Diminished responsibility


Diminished responsible was introduced by the Homicide Act 1957 and amended by the Coroners and Justice Act 2009.

What is diminished responsibility?

It is a partial defence to murder.

A person who kills or is a party to the killing of another is not to be convicted of murder if the defendant was suffering from an abnormality of mental functioning which:

  • Arose from a 'recognised medical condition'
  • Substantially impaired the defendant's ability to do one of the following;  to understand the nature of D's conduct; to form a rational judgement or to exercise self-control. 
  • It provides an explanation for the D's acts and omissions in doing the killing or being a party to the killing. The abnormality of mental functioning must be a significant contributory factor in causing the defendant to carry out the conduct.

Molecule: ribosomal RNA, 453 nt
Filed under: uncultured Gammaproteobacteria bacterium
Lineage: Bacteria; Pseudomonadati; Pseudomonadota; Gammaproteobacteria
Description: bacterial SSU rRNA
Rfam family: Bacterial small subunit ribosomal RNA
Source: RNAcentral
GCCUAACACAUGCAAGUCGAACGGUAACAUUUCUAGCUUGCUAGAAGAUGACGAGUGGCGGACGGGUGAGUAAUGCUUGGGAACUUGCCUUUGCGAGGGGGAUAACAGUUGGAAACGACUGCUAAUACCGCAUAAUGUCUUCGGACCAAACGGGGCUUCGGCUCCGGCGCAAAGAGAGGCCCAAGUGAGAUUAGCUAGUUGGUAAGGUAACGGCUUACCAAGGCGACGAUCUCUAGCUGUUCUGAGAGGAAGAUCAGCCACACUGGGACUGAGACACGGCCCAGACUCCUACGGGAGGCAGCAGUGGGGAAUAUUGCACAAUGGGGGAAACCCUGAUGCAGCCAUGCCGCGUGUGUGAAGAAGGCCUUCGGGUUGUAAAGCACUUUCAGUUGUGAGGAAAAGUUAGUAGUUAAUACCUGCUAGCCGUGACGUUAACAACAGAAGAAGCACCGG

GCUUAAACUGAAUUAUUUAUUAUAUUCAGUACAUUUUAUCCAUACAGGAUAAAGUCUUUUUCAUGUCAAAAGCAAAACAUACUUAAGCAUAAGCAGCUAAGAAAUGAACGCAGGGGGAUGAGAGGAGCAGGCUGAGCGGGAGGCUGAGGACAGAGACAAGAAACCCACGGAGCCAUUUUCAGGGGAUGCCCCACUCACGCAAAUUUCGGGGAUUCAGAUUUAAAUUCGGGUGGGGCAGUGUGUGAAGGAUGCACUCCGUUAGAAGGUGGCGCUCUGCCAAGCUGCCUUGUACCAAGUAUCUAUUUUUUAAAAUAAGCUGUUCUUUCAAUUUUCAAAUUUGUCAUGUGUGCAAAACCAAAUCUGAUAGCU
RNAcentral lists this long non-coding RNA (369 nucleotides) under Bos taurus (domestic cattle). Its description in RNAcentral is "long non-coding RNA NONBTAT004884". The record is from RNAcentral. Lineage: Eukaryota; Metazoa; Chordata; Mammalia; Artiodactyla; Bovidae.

Abnormality of mental functioning:

The definition of abnormality of mental functioning comes from the case Byrne(1960)...

'A state of mind so different from that of ordinary human beings that the reasonable man would term it abnormal' 

Arose from a recognised medical condition:

A recognised medical condition covers both psychological conditions, for example depressive illness, paranoia or battered women's syndrome and physical conditions which affect mental functioning such as epilepsy, sleep disorders or diabetes. 

There must be medical evidence given at the trial of an abnormality of mental functioning arising from a…


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